Saturday, September 19, 2015

Anna Maria Mickiewicz

Apologies to anyone who is on a strict diet, but I would like to set the scene for Anna Maria Mickiewicz's essay "Chocolate"-- although, as she shows us, chocolate is more than just a luscious kind of candy.


Salvador Dali's chocolate mouth shines out from an exhibition at a modern art gallery in London. The marketing pulls people in with the subtitle Red Hot Surrealism.

I don’t remember my first trip to Warsaw very well, but one detail remains – chocolate at Café Wedel. The liquid variety in an intricately translucent fine china cup. Even in times of crisis, the coffee shop smelt of vanilla and sweet exotic spices. It was like a mirage in the urban desert. In a black room behind heavy green curtains, a small coffee shop stuck in the nineteenth century was operating normally, almost furtively. Here it was all elegant furniture, flowers in vases and importantly – chocolate.

"What do you want to be?", people would ask. The moment was approaching and I had to think. “I want to work in a chocolate factory”, I answered, albeit still unaware of Roald Dahl; I’d been inspired by the coffee shop. My reply raised a smile. I often repeated it, mischievously, just for the fun of it. It was the seventies, a brief period when children were allowed to dream in Poland.

Then the cycle of everyday life changed. In the Poland of the eighties, thinking about chocolate was taboo... However, one day I was given a box of After Eight, filled with mint, in special individual little brown sleeves; I cherished them, limiting myself to one a day.

I had only recently learned that chocolate factories actually existed. There was one in San Francisco. Not long after I got there, I saw the brown brick block by the ocean where they made chocolate by the tonne. It was bitter, devoid of sensuality, aroma-free...

* * *

One day I received two emails, from different continents.

Peter from America: you must see Chocolate, a brilliant romantic film, I warmly recommend it. 

Annie from Sweden: That Chocolate, mawkish, two-dimensional characters, how could they have made such a film!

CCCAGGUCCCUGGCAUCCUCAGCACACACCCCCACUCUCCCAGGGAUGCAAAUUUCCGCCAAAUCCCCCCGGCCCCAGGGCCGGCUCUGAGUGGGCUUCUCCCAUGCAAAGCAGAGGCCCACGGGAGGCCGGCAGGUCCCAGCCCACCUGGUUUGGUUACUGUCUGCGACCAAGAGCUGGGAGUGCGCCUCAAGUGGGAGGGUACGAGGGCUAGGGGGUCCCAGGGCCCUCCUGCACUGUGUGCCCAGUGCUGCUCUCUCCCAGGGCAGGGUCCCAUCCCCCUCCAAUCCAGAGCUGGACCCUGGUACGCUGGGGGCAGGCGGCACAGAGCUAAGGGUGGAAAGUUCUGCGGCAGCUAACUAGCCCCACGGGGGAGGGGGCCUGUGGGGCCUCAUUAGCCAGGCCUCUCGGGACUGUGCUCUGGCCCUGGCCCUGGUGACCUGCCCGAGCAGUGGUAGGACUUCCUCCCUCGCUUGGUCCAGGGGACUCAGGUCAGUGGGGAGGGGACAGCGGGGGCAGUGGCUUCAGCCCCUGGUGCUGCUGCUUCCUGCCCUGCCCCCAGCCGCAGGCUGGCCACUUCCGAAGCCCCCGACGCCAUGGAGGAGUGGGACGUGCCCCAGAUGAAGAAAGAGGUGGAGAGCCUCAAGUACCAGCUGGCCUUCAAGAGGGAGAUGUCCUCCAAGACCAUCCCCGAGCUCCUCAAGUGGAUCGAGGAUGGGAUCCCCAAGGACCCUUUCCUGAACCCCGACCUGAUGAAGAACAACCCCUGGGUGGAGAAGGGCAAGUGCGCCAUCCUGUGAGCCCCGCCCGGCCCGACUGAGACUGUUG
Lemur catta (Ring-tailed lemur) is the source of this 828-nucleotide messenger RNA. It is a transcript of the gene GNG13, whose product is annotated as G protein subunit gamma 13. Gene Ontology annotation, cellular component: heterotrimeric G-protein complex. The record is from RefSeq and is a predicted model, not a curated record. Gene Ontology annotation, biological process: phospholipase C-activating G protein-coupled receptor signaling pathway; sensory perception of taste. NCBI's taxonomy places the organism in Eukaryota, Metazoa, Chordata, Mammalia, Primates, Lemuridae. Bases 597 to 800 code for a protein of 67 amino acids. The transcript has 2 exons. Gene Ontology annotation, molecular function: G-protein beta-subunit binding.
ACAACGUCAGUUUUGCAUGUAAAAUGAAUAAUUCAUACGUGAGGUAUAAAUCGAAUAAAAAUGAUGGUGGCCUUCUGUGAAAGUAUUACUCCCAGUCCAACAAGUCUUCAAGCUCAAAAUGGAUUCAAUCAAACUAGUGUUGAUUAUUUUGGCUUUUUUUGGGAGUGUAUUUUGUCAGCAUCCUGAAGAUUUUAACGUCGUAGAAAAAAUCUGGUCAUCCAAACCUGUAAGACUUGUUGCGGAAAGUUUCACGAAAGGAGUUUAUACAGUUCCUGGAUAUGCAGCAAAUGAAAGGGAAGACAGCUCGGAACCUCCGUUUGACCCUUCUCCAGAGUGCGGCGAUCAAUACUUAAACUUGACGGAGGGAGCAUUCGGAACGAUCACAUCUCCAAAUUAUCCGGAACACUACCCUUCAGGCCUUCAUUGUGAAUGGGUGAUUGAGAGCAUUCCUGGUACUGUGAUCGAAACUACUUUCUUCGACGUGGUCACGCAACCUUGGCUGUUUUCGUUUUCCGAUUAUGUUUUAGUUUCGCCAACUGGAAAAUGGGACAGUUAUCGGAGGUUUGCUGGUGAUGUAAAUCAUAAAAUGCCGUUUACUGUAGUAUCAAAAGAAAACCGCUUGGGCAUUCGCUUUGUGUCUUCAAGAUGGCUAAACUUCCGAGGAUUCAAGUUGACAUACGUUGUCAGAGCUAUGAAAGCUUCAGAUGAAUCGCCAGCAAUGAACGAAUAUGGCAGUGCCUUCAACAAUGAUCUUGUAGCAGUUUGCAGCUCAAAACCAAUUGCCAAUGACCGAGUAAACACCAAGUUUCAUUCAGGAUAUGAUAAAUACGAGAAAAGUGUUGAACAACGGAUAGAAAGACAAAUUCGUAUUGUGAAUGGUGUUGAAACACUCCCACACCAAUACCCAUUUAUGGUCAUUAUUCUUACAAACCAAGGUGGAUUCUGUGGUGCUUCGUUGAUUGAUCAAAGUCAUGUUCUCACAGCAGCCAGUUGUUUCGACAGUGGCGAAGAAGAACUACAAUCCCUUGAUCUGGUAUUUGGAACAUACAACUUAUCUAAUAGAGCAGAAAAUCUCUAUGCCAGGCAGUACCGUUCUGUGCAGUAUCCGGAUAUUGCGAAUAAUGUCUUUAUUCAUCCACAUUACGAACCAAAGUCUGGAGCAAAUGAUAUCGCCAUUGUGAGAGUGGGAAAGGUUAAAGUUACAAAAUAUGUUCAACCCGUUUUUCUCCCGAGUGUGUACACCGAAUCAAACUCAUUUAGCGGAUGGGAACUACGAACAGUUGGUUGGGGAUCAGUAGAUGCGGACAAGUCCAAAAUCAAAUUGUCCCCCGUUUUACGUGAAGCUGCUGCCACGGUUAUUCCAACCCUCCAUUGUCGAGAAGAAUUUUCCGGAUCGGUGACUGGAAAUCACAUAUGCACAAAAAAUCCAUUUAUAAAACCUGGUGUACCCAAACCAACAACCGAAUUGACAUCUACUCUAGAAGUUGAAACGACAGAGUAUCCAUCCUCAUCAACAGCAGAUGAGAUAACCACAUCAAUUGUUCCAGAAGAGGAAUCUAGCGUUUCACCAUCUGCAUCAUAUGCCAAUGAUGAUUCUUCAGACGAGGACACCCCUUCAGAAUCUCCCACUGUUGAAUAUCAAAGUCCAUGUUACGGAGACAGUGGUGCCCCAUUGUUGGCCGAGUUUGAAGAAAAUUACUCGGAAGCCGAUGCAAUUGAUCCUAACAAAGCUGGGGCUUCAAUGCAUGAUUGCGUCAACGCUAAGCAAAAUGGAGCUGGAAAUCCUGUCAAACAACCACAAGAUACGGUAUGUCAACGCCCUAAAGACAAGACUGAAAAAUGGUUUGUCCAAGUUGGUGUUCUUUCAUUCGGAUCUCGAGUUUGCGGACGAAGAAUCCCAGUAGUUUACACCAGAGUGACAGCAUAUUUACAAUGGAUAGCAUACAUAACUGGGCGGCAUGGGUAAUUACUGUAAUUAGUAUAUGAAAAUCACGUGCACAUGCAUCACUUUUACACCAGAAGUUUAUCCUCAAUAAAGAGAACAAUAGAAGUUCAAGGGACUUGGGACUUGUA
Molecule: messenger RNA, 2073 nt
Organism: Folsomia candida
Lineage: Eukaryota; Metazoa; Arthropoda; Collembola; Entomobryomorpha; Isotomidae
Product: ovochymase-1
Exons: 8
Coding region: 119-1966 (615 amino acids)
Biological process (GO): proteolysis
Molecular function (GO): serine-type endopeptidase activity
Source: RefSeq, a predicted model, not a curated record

Can anything be compared to Warsaw chocolate?

Maybe a cup of chocolate by Lake Como in Italy, glazed by the sun's reflection; the cold deep clouds, the craggy hills, the elegant women and the sensual mouth of Salvador...

* * *

But in Warsaw, there’s no sensuality now. It’s best represented by the stark reality of the Polish artist, who, disguised as a man for the sake of her art, filmed naked men in a Budapest bath house. 

Anna Maria Mickiewicz

London, 2001

 After chocolate, a walk in the park is good!  The picture above is of Regent's Park, the subject of Anna Maria's next poem.

Regent’s Park

He proposed to

Invisible clouds

In Regent’s Park.

And she

Tangled by a rose muslin

Circled by the sun

Her golden feet

Walked through the glass door

Under the sky suspended

On a steel clock

At the top of Victorian towers

On a misty evening

Anna Maria Mickiewicz

London 2013

The Camellias

Deep in thought, streets of camellias

They wake up redolent with a smell of remembrance
Open their flowers, quickly stealing the sun’s rays

They wait for the Hellenic messenger
For the aromatic waft of sapphire waves

Day by day

Against the gleaming
Rim of the London sky...

Anna Maria Mickiewicz

London 2009

The mystery of time

In a silent garden
The spring snowdrops
Wake Socrates
from Plato's dream
of a dialogue

He makes a covenant
with eternity's evanescent closure
forged with
fragile cobwebs